More military programs planned for high schools

This article was originally published in The Notebook. In August 2020, The Notebook became Chalkbeat Philadelphia.

The School District is looking for a site for a military high school and is planning a major expansion of Junior ROTC, an elective military-run course for high school students, according to CEO Paul Vallas.

“Our goal is to get ROTC programs in all 22 of the comprehensive high schools,” Vallas said at a November School Reform Commission meeting, during which the SRC voted to award a $50,000 contract that made Ben Franklin High School the seventh school in the District to house a JROTC program.

But in an overall climate of growing antiwar sentiment, at least two locally based groups are organizing in opposition, saying Vallas’s plan would “turn our youth into soldiers.”

Supporters of the American Friends Service Committee and the Central Committee for Conscientious Objectors say Junior ROTC is military training that sends the wrong messages to students about violence and weapons and does not belong in the public school system. The two groups also argue that the program is not a wise use of class time, and that the JROTC curriculum and instructor credentials fall below accepted standards for schools.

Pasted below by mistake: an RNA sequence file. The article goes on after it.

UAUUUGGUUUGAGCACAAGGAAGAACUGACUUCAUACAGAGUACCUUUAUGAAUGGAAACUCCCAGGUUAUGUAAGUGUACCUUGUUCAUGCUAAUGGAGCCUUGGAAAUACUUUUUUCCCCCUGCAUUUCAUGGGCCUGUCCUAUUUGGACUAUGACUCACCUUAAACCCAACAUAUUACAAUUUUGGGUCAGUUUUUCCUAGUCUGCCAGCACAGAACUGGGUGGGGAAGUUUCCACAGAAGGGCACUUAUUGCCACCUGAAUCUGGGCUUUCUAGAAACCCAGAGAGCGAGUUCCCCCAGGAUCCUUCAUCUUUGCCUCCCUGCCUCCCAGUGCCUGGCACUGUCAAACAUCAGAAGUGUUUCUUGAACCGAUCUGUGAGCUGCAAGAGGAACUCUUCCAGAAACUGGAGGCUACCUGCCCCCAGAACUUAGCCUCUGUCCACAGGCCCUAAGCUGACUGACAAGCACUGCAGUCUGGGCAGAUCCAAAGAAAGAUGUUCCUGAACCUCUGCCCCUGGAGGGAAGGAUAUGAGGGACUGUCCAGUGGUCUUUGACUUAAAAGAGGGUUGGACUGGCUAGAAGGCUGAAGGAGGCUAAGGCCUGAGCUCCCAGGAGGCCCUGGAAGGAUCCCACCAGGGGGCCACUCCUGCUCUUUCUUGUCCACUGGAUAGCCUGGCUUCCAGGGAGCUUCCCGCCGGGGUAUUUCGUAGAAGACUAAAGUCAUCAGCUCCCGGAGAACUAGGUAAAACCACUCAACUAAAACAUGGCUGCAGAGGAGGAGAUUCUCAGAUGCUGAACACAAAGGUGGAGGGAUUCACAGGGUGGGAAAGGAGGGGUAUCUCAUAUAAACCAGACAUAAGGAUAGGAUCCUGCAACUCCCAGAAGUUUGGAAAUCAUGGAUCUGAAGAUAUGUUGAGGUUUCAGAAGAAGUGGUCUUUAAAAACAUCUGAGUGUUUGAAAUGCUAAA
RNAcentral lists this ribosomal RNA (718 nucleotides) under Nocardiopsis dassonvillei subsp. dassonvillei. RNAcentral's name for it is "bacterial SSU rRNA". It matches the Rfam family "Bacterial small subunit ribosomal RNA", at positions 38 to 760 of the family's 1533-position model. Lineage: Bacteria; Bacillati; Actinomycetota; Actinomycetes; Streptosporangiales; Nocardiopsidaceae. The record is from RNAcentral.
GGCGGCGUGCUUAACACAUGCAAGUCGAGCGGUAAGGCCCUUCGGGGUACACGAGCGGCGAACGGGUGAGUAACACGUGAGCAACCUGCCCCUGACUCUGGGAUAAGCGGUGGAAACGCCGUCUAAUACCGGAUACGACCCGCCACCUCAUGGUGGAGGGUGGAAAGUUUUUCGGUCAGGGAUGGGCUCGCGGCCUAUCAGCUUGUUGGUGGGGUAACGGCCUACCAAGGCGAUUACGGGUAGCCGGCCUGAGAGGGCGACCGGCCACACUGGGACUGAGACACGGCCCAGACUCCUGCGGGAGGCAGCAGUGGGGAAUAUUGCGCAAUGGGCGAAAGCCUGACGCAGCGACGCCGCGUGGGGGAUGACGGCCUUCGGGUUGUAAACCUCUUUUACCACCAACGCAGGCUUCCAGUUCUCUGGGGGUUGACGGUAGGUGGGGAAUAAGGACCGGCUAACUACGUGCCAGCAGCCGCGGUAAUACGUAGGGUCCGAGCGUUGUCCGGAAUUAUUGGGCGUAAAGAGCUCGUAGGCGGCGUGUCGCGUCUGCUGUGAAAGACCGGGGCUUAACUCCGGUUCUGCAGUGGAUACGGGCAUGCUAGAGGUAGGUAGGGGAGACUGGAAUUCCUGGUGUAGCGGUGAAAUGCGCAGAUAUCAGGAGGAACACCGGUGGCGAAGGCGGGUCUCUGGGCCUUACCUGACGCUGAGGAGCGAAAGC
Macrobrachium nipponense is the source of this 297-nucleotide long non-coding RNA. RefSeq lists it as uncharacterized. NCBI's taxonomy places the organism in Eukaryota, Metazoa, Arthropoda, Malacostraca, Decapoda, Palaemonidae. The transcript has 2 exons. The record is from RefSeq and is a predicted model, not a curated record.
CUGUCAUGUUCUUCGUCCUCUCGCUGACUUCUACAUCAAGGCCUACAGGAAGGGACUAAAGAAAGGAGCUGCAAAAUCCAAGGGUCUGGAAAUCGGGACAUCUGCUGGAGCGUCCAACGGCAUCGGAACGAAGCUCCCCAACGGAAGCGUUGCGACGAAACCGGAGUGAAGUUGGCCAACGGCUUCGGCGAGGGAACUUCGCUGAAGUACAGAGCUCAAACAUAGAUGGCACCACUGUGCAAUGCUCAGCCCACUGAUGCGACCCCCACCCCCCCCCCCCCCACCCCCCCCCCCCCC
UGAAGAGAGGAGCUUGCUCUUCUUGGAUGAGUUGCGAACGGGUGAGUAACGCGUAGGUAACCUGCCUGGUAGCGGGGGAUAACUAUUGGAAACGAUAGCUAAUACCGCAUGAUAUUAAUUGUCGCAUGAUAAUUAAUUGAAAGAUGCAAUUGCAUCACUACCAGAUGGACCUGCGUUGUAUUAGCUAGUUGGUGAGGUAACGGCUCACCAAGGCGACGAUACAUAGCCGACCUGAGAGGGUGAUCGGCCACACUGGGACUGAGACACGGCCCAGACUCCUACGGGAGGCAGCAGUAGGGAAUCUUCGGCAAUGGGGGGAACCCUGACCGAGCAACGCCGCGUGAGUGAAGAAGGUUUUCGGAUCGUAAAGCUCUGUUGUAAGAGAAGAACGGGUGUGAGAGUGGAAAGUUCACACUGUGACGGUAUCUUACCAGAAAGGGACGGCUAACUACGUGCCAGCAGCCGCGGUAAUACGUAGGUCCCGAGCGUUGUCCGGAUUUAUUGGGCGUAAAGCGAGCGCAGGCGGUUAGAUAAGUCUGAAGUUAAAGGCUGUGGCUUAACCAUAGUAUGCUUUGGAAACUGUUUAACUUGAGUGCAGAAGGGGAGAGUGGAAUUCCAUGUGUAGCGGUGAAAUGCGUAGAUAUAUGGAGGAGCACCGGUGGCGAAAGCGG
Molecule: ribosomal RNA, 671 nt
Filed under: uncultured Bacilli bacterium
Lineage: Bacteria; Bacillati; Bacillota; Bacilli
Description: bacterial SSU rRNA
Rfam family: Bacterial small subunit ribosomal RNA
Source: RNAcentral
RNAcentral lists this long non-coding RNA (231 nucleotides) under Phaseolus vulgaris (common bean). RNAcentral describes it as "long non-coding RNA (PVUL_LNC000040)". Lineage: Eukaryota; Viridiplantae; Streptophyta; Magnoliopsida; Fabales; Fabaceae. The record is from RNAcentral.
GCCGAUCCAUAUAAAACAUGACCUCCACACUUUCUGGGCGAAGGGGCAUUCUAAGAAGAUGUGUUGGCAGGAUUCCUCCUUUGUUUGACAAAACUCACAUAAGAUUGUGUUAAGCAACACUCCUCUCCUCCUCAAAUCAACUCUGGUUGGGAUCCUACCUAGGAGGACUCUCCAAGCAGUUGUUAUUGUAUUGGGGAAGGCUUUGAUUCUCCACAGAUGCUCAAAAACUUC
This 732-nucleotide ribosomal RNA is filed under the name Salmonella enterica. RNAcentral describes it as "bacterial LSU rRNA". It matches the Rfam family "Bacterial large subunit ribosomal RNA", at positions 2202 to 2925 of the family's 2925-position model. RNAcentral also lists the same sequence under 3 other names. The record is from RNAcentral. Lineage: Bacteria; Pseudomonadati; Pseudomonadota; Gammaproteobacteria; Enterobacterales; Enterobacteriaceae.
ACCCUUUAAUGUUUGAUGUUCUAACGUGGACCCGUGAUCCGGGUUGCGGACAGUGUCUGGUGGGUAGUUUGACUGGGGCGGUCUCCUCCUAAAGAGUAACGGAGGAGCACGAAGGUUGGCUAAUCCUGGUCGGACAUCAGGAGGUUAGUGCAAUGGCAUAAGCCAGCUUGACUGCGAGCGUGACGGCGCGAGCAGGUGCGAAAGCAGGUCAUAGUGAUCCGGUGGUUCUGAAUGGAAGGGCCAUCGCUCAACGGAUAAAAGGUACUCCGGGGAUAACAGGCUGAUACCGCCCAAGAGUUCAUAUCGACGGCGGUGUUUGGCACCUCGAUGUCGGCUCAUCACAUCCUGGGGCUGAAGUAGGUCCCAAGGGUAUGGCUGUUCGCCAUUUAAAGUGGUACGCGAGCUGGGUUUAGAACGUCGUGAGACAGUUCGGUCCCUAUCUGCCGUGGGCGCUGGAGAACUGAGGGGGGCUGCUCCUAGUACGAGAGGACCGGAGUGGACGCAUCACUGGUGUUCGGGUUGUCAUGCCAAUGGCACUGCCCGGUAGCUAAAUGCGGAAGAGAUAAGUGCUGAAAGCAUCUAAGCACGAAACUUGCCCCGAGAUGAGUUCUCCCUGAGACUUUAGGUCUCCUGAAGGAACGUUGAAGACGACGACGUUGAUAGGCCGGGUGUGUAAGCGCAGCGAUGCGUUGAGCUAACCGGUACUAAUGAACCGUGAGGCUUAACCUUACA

The JROTC program is a three- or four-year course of study taught by retired military personnel using a curriculum developed by one of the service branches. It combines classroom work on topics like leadership and military history with activities like drill and marching.

Participating students are not obligated to join the military but sometimes wear a military uniform to school. JROTC staff work in partnership with military recruiters, and JROTC cadets have consistently enlisted in the military at a much higher rate than other students.

The JROTC program is mostly found in high schools with many low-income students and students of color as well as in schools in the South.

“I don’t see it as a military recruiting program, but a program that offers a "character-building experience,” Vallas commented. But he touted the military scholarships and career opportunities available to JROTC students who graduate from high school.

As schools chief in Chicago, Vallas oversaw the launching of the nation’s first all-JROTC public school.

The School District has hired Lieutenant Colonel Russell Gallagher to direct its JROTC programs district-wide and oversee the military school initiative at a $75,000 annual salary.